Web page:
By Branden Hamby
“Not all tannins are the same,” explains Dr. Peter Salamone. “There are fermentation tannins, cellaring tannins, and finishing tannins that all add something different to the wine’s flavor profile and structure. The same can be said for enzymes.”
Dr. Peter Salamone is the Technical Manager at Laffort USA. He has 14 years of diverse experience in wine production, laboratory management and research settings with E&J Gallo Winery and Diageo Chateau & Estate Wines. He has in depth biotechnology research experience in molecular biosciences, including microbiology, molecular biology, enzymology and genetics, making him a valuable technical resource.
The Applied Research Committee by Laffort has been collaborating with Dr. Salomone to run tannin and enzyme trials. The committee is composed of over 40-member wineries throughout California, Oregon, and Washington. The trials focused on the use of tannins and enzymes synergistically to maximize color extraction and improve stability. They used enzymes and tannins versus traditional methods such as cold soaking and then measured the results.
“It is all about the synergy,” continues Salamone. “Most people think that the effects each product has on the wine is only additive, but it is actually the synergy between the enzymes and tannins that really brings out the potential of the wine.”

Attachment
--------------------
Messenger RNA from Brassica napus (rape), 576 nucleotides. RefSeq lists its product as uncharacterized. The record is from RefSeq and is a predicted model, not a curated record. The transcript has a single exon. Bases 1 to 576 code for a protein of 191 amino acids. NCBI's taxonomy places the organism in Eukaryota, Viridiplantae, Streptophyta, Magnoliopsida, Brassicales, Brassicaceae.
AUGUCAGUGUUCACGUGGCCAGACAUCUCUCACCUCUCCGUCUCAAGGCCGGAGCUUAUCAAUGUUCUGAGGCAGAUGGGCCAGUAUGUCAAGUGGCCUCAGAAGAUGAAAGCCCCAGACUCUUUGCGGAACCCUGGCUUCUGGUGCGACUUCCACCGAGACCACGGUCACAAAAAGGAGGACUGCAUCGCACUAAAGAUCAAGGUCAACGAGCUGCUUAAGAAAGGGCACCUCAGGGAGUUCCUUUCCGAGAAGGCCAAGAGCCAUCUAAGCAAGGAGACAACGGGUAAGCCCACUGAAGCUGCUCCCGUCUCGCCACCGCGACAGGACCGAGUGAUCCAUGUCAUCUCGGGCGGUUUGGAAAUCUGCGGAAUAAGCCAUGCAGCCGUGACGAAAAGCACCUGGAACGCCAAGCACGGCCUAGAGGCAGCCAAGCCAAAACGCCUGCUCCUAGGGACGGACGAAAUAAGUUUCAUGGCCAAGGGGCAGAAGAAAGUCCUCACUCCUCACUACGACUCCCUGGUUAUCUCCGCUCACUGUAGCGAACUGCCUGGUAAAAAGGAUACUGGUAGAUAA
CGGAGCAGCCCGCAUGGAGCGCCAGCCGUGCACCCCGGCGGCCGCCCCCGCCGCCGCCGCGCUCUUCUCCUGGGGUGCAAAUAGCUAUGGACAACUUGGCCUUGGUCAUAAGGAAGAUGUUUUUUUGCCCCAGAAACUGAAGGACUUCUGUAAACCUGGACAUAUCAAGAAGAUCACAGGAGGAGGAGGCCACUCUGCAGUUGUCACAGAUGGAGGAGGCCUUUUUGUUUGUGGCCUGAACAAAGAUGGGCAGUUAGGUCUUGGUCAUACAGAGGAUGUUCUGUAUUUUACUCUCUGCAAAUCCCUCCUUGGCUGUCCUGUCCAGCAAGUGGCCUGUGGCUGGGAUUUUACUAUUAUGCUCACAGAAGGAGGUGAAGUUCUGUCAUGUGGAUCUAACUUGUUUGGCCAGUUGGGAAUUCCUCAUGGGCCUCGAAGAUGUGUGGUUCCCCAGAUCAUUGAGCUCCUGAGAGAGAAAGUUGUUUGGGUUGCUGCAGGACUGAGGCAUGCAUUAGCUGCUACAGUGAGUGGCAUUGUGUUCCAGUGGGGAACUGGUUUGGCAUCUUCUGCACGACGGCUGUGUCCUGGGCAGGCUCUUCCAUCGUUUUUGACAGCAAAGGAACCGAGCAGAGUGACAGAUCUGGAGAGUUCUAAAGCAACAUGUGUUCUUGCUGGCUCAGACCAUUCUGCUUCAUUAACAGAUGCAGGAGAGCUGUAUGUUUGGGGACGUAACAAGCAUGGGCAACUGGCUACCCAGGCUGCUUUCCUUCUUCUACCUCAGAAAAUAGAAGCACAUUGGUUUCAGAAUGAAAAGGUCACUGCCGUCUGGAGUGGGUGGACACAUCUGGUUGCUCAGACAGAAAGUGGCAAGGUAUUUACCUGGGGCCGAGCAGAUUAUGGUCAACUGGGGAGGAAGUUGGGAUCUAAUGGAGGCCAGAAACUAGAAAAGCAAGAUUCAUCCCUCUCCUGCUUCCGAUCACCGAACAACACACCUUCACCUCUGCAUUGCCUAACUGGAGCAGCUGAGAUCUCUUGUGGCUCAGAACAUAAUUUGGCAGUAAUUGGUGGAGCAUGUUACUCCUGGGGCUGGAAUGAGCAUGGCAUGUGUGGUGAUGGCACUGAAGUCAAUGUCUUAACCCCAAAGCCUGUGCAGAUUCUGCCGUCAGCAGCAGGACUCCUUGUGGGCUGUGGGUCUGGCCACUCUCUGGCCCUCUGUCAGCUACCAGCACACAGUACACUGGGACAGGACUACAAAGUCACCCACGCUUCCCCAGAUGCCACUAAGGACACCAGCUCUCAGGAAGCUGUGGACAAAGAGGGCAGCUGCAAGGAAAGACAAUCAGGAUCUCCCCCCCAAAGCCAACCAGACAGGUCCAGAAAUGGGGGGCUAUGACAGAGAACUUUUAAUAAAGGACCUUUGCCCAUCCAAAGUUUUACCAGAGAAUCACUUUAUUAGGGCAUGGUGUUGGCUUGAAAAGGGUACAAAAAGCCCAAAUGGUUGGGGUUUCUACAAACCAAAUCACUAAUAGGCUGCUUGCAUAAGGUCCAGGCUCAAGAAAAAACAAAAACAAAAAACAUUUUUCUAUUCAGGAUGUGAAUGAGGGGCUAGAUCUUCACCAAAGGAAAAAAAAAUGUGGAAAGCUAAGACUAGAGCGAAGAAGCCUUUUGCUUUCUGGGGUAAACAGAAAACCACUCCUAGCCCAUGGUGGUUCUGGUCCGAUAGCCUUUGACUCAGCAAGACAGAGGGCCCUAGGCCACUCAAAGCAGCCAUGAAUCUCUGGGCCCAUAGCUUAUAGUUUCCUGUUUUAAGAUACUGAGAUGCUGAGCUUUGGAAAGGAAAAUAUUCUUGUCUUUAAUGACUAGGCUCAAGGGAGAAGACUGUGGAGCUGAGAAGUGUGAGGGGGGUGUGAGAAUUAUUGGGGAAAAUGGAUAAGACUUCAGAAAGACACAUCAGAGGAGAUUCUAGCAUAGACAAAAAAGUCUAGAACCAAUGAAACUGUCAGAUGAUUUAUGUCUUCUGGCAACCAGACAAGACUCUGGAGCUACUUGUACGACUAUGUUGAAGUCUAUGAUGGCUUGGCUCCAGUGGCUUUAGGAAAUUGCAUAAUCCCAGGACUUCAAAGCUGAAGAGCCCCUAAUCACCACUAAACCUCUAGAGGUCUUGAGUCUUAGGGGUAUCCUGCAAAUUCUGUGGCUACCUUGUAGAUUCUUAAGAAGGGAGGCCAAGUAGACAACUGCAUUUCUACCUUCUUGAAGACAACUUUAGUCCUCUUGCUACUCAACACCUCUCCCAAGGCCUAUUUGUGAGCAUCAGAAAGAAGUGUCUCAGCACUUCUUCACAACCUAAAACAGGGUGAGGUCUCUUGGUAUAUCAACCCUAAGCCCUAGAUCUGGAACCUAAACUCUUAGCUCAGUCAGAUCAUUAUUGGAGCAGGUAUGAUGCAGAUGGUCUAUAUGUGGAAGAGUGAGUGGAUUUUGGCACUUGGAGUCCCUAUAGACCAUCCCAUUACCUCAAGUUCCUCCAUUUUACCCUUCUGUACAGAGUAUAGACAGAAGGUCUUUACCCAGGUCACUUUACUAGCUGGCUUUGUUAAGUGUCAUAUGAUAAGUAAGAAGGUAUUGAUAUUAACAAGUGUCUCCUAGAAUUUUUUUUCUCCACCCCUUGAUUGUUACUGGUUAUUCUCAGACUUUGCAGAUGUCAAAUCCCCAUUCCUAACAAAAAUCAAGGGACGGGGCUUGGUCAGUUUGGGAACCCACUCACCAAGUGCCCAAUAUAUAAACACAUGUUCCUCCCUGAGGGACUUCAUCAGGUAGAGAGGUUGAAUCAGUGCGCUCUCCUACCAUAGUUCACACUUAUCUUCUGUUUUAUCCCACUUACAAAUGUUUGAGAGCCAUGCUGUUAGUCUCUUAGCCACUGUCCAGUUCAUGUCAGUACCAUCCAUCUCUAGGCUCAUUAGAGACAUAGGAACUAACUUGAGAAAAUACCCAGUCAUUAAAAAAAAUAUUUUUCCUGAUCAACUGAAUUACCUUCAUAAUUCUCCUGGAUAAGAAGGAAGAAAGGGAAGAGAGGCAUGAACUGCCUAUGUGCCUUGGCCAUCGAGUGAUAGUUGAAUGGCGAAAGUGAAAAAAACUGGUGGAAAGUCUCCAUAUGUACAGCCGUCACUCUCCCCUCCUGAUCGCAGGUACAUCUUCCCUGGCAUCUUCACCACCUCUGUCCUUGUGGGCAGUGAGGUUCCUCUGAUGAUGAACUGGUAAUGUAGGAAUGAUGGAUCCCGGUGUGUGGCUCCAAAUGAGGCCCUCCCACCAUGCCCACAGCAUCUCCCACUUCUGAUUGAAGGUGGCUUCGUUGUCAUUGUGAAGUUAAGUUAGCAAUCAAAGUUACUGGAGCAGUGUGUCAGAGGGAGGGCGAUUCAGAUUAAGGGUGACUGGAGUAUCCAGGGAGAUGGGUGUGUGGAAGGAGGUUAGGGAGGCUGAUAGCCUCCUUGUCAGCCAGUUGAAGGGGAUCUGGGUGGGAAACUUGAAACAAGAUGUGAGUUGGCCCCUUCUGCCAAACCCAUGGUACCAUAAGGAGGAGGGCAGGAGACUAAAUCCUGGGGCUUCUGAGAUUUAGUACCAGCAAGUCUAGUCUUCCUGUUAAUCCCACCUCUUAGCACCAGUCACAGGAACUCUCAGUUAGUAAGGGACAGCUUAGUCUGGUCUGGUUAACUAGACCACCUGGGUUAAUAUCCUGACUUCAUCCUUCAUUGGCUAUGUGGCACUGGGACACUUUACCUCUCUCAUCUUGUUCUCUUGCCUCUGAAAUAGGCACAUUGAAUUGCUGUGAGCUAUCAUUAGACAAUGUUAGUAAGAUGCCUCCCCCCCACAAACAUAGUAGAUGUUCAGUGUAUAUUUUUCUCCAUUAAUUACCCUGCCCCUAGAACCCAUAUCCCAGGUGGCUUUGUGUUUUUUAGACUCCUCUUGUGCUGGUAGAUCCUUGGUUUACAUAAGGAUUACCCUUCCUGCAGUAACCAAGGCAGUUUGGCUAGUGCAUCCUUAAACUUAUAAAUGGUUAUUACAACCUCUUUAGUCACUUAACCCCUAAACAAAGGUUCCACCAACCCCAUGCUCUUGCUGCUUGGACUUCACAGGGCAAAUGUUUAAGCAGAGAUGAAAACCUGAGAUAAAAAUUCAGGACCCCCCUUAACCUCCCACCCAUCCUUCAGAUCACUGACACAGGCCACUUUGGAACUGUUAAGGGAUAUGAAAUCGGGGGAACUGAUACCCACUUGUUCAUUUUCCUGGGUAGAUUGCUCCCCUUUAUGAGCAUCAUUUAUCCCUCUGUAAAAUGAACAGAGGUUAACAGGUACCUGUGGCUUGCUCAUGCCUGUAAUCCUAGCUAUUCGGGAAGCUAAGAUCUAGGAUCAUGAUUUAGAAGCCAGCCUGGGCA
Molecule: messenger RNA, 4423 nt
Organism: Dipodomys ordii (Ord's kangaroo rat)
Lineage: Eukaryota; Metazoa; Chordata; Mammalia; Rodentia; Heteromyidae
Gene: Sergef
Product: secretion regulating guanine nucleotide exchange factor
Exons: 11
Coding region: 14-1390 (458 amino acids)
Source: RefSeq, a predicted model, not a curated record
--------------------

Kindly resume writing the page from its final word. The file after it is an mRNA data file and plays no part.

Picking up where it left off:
Dr. Peter Salamone is moderating the session on “Synergistic Action of Enzymes and Tannins in Winemaking” during the winemaking process at the upcoming 2017 WIN Expo Trade Show and Conference taking place at the Sonoma County Fairgrounds in Santa Rosa, CA on November 30th.
The trials included testing the control and experimental samples at six and twelve months. Quantitative data on the levels of total tannins and anthocyanins, as well as qualitative sensory data from the trial will be presented at the expo.
The session will be going over the differences between specific tannins and enzymes. It will also be addressing some concerns about the use of tannins and enzymes during the winemaking process including specific examples of fixing “problem fruit,” as well as the perception that the addition of tannins makes the wine become too astringent.
For more information and registration, go to wineindustryexpo.com.